Little big Mac

5th November 2004 at 00:00
Apple's new G5 iMac looks good and packsa lot of power into a small package, writes Cliff Joseph

Apple's iPod has been a big hit with the youth market, so it's no surprise that the latest version of the company's iMac computer looks like the iPod's big brother.

The previous version of the iMac had a two-part design, with the flat-panel monitor mounted on top of a separate base unit that contained all the other computer components. The new iMac G5 has simplified that design even further; Apple's engineers have somehow managed to shoe-horn the entire computer inside the casing of the flat-panel monitor itself.

The resulting unit is just two inches thick and looks only slightly larger than a normal flat-panel monitor. Viewed from the side it looks just like a larger version of the iPod, so it's obvious that Apple is aiming for the youth market, as well as adults who can appreciate the unit's elegant design.

And it really is very elegant. The front of the unit is completely free of any buttons or controls. The DVD drive lies flat within the body of the unit, allowing you to slide discs in with a gentle push of the finger.The speakers are built into the base of the unit and engineered so they bounce the sound down on to the desk and then upwards towards the user. The only details marring the minimalist purity of the design are the cables for the power supply, keyboard and mouse.

The iMac G5 also has appeal for the education market. Its G5 processor is much more powerful than the G4 processor used in previous iMacs. It's particularly good for audio and video work, and the iMac comes bundled with programs such as iTunes, iMovie and the excellent GarageBand music software, that provide students with everything they need to get started with digital audio and video work.

There are four models available for the education market, ranging from Pounds 735 to pound;1,079 (ex VAT), depending on the screen size, processor speed and the type of CD or DVD drive. Perhaps the best choice for schools is the Pounds 839 (ex VAT) model which has a 17-inch screen, a DVD-RCD-RW drive and a G5 processor running at 1.8GHz (roughly comparable to a 2.5GHz Pentium PC). The pound;735 (ex VAT) model is marginally slower, although its 1.6GHz processor is still more than adequate for audio and video work. The only real drawback of this model is that it lacks a CD or DVD drive.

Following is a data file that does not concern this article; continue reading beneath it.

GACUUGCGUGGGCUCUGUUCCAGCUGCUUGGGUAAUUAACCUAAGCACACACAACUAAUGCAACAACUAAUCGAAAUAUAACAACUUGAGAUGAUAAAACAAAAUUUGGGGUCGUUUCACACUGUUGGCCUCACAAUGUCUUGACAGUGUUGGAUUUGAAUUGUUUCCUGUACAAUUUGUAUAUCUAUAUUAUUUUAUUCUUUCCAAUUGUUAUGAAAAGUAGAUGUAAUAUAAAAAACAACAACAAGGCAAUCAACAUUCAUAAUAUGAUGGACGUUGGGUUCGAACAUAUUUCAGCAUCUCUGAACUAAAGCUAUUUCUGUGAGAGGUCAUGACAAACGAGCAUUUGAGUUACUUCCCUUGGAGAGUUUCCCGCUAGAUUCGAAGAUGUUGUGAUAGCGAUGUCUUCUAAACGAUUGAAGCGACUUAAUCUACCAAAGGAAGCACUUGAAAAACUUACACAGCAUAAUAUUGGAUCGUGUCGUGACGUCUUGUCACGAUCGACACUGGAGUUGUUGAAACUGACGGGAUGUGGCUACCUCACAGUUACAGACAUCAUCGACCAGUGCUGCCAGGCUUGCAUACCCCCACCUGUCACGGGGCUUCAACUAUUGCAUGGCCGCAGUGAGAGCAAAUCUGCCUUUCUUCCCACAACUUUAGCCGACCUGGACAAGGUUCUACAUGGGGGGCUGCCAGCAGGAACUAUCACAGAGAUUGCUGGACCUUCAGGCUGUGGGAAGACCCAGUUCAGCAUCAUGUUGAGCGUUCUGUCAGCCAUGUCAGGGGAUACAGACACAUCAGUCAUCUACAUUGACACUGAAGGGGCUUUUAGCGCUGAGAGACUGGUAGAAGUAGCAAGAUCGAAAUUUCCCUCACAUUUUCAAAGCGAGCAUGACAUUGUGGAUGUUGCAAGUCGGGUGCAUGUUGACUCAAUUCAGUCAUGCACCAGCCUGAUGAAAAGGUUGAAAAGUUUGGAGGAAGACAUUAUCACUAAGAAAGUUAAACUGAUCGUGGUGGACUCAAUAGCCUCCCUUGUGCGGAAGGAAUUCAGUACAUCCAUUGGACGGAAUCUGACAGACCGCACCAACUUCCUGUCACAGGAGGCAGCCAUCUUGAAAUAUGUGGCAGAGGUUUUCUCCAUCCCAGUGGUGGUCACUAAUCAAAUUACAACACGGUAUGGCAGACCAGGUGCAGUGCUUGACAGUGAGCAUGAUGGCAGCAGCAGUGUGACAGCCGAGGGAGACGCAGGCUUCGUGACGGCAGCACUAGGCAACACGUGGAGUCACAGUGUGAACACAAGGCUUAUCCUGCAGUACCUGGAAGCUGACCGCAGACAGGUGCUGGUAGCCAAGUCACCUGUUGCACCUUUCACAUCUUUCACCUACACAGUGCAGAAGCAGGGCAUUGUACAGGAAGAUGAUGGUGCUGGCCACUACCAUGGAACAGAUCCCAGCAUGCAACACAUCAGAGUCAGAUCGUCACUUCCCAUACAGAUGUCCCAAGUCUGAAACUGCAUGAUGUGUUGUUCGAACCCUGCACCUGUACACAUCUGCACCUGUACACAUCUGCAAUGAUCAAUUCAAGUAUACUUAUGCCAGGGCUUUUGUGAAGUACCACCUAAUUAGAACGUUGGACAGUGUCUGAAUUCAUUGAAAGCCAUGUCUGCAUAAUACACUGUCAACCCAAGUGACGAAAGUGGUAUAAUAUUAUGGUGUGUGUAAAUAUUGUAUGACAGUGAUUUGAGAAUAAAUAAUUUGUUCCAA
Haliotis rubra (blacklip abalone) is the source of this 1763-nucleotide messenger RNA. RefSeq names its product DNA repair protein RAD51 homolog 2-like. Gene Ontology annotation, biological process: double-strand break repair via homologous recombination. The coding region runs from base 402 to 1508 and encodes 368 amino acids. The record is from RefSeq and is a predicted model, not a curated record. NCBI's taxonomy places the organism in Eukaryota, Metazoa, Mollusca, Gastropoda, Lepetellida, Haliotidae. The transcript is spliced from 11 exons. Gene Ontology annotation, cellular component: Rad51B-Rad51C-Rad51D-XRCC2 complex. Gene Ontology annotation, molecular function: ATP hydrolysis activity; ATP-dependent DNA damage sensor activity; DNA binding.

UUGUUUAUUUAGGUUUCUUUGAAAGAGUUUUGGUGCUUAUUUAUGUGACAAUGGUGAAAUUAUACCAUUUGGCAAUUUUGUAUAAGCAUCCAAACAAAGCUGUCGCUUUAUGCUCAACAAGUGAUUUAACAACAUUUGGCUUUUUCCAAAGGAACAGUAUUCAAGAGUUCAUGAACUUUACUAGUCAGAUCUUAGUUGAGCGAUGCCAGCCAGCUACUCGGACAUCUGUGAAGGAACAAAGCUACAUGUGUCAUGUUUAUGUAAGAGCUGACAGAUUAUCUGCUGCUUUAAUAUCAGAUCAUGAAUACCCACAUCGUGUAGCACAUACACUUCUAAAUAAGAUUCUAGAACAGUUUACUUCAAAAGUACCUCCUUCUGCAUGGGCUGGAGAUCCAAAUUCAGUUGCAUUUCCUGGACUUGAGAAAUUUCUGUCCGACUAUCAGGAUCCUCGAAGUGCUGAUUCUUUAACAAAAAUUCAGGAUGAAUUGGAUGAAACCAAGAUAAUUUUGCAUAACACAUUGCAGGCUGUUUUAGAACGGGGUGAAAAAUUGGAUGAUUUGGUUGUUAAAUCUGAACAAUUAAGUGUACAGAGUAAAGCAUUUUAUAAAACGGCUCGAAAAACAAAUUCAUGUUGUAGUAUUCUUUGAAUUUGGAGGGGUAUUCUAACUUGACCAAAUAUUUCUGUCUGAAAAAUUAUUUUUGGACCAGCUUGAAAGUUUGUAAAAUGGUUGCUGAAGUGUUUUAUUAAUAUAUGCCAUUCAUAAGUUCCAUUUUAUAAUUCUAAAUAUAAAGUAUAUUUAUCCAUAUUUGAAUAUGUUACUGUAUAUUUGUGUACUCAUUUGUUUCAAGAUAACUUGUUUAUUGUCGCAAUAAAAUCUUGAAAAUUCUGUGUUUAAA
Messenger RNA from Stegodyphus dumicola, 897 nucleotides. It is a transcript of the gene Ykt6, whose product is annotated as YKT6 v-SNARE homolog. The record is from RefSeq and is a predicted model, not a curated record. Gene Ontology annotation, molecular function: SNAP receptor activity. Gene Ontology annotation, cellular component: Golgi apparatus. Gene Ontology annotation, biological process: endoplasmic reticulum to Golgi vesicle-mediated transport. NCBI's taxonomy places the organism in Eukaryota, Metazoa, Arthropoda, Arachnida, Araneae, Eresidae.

As well as three standard USB ports, all iMac models have two FireWire ports so you can connect a DV camcorder, and an Ethernet port for linking to a network. There's also a video output port tucked away at the back of the monitor that you can use to connect the iMac to a larger VGA monitor or television for presentations. Unfortunately, this does require a special video adaptor which will cost an extra pound;15 to pound;20.

The drawback, as always with Apple, is the price. To be fair, the iMac G5 is well priced for a machine that has a high-quality flat panel display, but you simply don't have the option of choosing a less expensive CRT monitor, or of buying a base unit with no monitor at all.

If you need to buy new hardware specifically for projects involving audio or video work then the iMac G5 is an excellent choice. GarageBand in particular benefits from the performance of the G5 processor, allowing you to increase the number of synthesised instruments in your compositions by more than 50 per cent. However, for general computing you'll get better value from one of Apple's low-cost eMacs or from a standard Windows PC.

iMac G5

Base model comes with 17-inch flat-panel screen, G5 processor (1.6GHz), 256Mb of memory, 40Gb hard disk, three USB ports, two FireWire connectors.

Price: From pound;735 (ex VAT))

The iMac G5 (1.8GHz) with 20-inch screen and DVD-RWCD-Rom-RW drive.

Price: pound;1,079 (ex VAT)

Apple UK

Tel: 0800 039 1939

Apple Store for Education

www.apple.comuk Fitness for purpose *****

Ease of use ****

Features ****

Quality *****

Value for money ****

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